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Re: Relocatable: relocate2

From: Bruno Haible
Subject: Re: Relocatable: relocate2
Date: Sun, 30 Jul 2017 14:44:29 +0200
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Hi Reuben,

> I noticed relocate2 recently. Unfortunately, it's rather awkward to use, as
> it requires one to keep track of two pointers.

The idiom is:

        char *allocated;
        const char *rel_pathname = relocate2 (..., &allocated);
        free (allocated);

This is the minimum awkwardness I could come up with.

> The obvious "lazy" API for code that doesn't mind allocation is for the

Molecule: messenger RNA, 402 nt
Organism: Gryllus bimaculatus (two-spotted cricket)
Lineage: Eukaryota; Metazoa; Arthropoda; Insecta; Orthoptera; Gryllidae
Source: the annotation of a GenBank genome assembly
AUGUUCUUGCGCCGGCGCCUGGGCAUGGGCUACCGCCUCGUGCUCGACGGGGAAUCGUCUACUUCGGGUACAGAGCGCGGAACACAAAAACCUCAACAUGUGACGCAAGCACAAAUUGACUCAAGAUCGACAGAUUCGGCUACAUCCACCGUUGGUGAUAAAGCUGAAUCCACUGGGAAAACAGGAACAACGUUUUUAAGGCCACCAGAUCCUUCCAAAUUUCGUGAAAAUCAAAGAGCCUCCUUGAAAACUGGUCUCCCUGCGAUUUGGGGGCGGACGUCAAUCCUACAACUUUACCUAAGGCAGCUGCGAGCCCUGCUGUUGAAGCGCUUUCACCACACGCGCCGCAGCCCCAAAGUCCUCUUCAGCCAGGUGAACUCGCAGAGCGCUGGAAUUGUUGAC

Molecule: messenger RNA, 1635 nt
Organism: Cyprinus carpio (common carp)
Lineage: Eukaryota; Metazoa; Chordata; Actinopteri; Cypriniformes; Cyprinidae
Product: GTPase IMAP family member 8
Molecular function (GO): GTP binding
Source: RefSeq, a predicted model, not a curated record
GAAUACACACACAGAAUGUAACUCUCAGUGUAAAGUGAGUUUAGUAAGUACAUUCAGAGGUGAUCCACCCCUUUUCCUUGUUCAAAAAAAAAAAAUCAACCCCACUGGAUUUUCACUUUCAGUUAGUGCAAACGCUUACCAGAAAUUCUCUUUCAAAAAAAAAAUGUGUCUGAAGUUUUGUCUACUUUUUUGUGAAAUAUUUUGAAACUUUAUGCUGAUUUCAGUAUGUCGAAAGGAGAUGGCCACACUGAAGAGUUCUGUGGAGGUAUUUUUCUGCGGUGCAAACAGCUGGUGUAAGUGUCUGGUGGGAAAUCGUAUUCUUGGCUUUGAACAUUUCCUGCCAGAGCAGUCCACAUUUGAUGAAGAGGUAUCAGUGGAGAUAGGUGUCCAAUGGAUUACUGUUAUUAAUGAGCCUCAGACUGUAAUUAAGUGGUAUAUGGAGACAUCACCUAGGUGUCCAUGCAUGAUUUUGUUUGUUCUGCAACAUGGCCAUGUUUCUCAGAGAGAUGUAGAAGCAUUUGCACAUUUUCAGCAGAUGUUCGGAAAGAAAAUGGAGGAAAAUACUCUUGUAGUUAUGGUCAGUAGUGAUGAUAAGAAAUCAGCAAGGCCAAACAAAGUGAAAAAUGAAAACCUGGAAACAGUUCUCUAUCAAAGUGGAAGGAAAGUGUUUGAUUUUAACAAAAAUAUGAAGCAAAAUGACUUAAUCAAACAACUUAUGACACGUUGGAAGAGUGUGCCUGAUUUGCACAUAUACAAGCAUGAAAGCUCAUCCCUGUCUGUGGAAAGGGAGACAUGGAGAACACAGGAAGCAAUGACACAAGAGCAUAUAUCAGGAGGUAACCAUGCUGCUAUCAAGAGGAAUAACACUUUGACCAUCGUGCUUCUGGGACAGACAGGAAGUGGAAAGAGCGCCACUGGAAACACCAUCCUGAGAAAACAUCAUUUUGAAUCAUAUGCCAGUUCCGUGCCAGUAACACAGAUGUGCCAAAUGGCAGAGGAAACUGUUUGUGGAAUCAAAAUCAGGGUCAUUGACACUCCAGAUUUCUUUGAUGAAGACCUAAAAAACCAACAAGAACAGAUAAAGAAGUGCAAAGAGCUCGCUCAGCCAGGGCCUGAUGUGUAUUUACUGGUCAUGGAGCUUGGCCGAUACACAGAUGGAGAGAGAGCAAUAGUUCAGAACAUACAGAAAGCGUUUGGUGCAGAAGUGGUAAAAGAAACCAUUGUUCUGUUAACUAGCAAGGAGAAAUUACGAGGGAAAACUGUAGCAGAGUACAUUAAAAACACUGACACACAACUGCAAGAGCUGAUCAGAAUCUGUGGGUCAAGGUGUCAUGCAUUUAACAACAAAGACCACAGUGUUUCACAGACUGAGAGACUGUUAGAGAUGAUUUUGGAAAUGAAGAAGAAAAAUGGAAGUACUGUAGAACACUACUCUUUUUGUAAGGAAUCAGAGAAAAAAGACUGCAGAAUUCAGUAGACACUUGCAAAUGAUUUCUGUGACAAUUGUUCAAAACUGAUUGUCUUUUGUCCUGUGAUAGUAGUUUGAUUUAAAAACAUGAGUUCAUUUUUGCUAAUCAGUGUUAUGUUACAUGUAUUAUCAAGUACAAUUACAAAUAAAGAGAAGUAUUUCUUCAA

> relocated path always to be allocated. Would a patch to add such a version
> of relocate (suggestions for name?) be acceptable? It would work exactly
> like relocate, but strdup its return value if necessary.

1) I'm generally not a fan of APIs that call strdup without need. I've seen
C++ projects where the axiom "every memory-allocated object must have one
owner" led to an API where every API function that takes a char* or char[]
as argument makes a local copy of this argument. In the end, a large part
of the CPU consumption was due to making and freeing copies of strings.
This is generally the bad approach. The right approach is to share strings
when you can - possibly by use of reference counters if ad-hoc code does
not scale.

2) strdup can fail. When the programmer has to write

        char *rel_pathname = relocate_alloc (...);
        if (rel_pathname != NULL)
            free (rel_pathname);

the code is awkward as well.


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